The text has such a botanical air about it that it seems reasonable to assume a real plant, growing from real dirt, served as a model for the biblical seven-branched menorah on which our Hanukkah menorah, or more properly, hannukia, was modeled. The only difference is that the holiday one adds two extra branches for a total of nine: four branches on each side of a main stem. This is to accord with the Talmud’s prohibition against copying the original menorah, which later stood in the holy Temple.

It was not until the early 20th century, however, that Ephraim and Hannah Hareuveni came up with likely floral candidates as the model for the menorah. In their conviction that the plants of the Bible could be found growing in the soil of Israel, they pioneered a new approach to the entire subject of identifying biblical flora. Botanists who emigrated from Russia to the yishuv (settlement in Palestine) in the early 1900s, the Hareuvenis were driven by the belief that these plants were green artifacts that continued to hold the answer to their biblical identity long after Jews were dispersed to many lands and the plants’ names and symbolism had been largely forgotten.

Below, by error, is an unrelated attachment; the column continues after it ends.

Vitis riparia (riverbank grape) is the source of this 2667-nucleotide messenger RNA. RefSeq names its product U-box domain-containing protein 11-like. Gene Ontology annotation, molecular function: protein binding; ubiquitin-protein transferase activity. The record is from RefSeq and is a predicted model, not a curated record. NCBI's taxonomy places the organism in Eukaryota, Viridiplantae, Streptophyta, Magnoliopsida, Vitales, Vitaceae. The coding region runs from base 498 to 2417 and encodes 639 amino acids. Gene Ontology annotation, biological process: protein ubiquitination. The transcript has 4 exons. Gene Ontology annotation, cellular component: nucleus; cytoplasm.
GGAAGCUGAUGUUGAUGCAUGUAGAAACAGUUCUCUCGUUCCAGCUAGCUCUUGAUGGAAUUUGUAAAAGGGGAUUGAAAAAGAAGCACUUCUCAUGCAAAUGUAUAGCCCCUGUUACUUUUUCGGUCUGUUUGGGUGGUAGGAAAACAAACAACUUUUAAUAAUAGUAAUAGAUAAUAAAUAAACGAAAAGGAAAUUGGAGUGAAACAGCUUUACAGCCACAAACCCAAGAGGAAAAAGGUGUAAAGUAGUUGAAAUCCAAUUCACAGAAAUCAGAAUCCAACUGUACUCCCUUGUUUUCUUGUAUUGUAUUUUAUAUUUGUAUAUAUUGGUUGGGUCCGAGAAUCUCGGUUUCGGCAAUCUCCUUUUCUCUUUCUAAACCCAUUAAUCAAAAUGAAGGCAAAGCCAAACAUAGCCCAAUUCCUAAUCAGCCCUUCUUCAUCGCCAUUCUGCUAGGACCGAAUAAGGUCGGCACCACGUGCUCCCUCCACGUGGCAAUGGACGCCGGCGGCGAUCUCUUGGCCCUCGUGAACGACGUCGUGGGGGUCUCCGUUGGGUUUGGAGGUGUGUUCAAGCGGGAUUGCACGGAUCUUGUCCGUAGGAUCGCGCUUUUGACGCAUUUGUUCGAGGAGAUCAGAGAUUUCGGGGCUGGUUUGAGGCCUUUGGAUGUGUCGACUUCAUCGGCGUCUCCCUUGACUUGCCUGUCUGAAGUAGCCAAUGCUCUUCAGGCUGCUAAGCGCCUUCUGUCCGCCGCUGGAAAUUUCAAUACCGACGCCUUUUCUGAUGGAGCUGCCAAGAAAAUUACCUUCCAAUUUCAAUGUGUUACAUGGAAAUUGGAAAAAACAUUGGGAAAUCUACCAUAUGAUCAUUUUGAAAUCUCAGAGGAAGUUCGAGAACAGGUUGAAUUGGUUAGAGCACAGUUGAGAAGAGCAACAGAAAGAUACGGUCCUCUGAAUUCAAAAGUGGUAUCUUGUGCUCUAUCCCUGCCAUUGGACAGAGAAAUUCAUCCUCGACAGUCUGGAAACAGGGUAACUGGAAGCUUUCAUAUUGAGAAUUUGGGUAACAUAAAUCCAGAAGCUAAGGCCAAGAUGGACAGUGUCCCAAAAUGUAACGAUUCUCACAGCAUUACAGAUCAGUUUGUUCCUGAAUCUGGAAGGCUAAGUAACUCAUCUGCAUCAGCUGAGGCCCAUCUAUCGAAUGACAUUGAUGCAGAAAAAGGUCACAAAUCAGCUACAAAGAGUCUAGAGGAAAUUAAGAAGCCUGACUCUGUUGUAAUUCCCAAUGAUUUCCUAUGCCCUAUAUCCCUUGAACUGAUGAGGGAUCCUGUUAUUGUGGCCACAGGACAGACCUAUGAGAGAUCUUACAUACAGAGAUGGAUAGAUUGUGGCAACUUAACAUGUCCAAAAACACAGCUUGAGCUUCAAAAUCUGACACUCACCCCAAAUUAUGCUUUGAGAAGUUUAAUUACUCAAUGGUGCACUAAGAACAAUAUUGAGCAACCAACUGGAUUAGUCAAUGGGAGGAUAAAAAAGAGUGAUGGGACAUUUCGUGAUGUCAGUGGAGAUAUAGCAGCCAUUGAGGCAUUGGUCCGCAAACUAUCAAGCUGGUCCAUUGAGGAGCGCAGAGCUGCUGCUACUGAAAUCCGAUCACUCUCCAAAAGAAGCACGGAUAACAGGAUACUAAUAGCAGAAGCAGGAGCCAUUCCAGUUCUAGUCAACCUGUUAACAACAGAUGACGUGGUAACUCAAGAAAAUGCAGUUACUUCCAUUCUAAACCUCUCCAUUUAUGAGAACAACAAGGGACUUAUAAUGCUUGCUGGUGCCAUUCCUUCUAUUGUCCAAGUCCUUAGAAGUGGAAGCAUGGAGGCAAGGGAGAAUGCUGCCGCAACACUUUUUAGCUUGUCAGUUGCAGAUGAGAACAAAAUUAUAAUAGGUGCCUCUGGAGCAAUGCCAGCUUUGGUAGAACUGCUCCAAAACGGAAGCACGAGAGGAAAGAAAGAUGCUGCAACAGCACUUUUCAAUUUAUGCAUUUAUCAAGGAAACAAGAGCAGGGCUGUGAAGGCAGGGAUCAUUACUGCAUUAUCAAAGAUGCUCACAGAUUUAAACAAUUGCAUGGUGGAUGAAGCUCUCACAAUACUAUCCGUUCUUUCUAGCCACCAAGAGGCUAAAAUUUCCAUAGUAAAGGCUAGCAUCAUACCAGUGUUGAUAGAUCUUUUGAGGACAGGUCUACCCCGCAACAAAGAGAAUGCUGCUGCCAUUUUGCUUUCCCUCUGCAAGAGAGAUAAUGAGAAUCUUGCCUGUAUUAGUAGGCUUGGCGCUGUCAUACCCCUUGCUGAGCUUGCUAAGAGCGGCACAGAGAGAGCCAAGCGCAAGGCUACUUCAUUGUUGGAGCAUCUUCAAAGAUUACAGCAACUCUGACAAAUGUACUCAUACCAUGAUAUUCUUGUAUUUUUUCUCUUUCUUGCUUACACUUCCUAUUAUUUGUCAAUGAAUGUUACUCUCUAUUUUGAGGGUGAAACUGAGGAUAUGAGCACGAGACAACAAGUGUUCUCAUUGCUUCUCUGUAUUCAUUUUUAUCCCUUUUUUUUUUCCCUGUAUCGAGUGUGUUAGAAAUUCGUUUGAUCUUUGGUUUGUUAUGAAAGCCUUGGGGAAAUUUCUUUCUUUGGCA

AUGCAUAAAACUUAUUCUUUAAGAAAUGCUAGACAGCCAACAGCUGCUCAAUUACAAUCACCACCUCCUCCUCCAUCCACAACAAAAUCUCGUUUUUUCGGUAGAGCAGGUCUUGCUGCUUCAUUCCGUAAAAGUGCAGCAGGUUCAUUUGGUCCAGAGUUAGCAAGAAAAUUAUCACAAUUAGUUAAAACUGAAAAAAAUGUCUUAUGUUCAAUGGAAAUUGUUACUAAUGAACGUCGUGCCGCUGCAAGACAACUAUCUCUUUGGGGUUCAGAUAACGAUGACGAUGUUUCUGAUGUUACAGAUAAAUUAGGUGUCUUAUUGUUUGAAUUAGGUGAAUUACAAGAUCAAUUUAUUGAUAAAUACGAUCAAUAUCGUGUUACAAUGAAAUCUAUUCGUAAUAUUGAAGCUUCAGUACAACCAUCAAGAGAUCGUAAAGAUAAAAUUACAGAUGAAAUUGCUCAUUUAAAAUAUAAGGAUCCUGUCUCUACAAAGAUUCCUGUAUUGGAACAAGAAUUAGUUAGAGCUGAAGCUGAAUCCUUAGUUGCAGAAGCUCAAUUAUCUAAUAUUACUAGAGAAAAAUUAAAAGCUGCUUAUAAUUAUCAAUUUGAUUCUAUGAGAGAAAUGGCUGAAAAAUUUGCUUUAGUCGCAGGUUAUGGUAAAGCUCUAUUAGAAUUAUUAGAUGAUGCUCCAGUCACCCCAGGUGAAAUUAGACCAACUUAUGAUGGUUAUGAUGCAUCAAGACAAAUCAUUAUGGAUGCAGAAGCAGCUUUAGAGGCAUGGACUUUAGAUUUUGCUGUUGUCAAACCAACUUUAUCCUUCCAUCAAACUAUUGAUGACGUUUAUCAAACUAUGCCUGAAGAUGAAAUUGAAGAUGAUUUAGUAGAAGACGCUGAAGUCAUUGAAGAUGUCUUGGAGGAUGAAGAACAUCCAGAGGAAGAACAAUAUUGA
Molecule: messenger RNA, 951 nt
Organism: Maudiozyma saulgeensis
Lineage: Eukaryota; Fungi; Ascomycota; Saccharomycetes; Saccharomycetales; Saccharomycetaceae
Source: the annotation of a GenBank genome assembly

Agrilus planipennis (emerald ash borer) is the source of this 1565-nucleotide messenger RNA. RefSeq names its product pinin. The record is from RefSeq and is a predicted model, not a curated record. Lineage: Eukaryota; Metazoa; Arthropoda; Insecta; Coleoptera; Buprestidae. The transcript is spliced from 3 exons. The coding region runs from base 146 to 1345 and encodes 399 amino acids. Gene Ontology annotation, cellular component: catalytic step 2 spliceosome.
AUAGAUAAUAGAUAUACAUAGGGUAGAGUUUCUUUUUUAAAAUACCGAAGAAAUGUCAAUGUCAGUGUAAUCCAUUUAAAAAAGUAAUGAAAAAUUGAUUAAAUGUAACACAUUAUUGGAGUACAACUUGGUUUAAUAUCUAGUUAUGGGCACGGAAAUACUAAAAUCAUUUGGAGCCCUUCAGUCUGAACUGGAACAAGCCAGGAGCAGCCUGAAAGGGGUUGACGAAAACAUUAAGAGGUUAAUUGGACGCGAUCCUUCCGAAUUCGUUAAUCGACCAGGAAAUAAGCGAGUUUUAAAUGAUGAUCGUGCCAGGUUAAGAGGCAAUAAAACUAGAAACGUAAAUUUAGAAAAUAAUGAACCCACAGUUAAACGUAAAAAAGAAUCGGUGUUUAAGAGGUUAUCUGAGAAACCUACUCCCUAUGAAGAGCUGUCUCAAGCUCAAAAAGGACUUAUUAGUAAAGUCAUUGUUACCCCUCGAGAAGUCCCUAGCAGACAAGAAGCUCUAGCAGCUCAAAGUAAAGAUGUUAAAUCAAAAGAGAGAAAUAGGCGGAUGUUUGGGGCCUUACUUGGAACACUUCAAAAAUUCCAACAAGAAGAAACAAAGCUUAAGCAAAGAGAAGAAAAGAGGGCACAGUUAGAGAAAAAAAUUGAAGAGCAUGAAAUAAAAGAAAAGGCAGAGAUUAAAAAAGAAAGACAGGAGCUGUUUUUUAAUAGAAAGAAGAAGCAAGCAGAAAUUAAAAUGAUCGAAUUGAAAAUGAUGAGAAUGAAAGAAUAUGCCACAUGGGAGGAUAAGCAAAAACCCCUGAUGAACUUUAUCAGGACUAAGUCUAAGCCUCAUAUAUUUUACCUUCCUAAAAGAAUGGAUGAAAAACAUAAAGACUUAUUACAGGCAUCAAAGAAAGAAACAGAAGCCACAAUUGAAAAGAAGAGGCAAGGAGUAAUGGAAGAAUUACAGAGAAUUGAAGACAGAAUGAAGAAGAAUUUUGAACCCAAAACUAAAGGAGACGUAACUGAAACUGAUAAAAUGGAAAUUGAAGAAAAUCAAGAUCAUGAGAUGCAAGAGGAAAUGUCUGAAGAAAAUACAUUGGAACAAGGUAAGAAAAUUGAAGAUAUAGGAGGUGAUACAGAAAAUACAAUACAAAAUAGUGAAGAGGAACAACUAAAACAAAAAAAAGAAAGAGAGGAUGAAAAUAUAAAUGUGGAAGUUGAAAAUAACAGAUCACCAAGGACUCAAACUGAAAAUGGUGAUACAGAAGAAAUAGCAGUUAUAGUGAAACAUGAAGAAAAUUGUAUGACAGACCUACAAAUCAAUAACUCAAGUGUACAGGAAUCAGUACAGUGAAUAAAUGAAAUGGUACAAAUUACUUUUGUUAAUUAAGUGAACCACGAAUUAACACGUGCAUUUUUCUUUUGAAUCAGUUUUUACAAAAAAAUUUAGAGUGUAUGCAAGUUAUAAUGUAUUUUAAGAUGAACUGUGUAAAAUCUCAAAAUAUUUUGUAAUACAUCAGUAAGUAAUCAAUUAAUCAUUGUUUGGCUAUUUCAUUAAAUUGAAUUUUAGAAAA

They searched the countryside, on hillsides, in valleys and in the desert for a likely plant model for the menorah as described in Exodus. They discovered that Israel is rich in salvias or sages (over twenty types), and that several among them bear a remarkable resemblance to the basic design of the bible’s menorah, not only when dried and pressed (when the calyxes, the envelope that holds the blooms, are very prominent), but even when the plants are growing in the ground.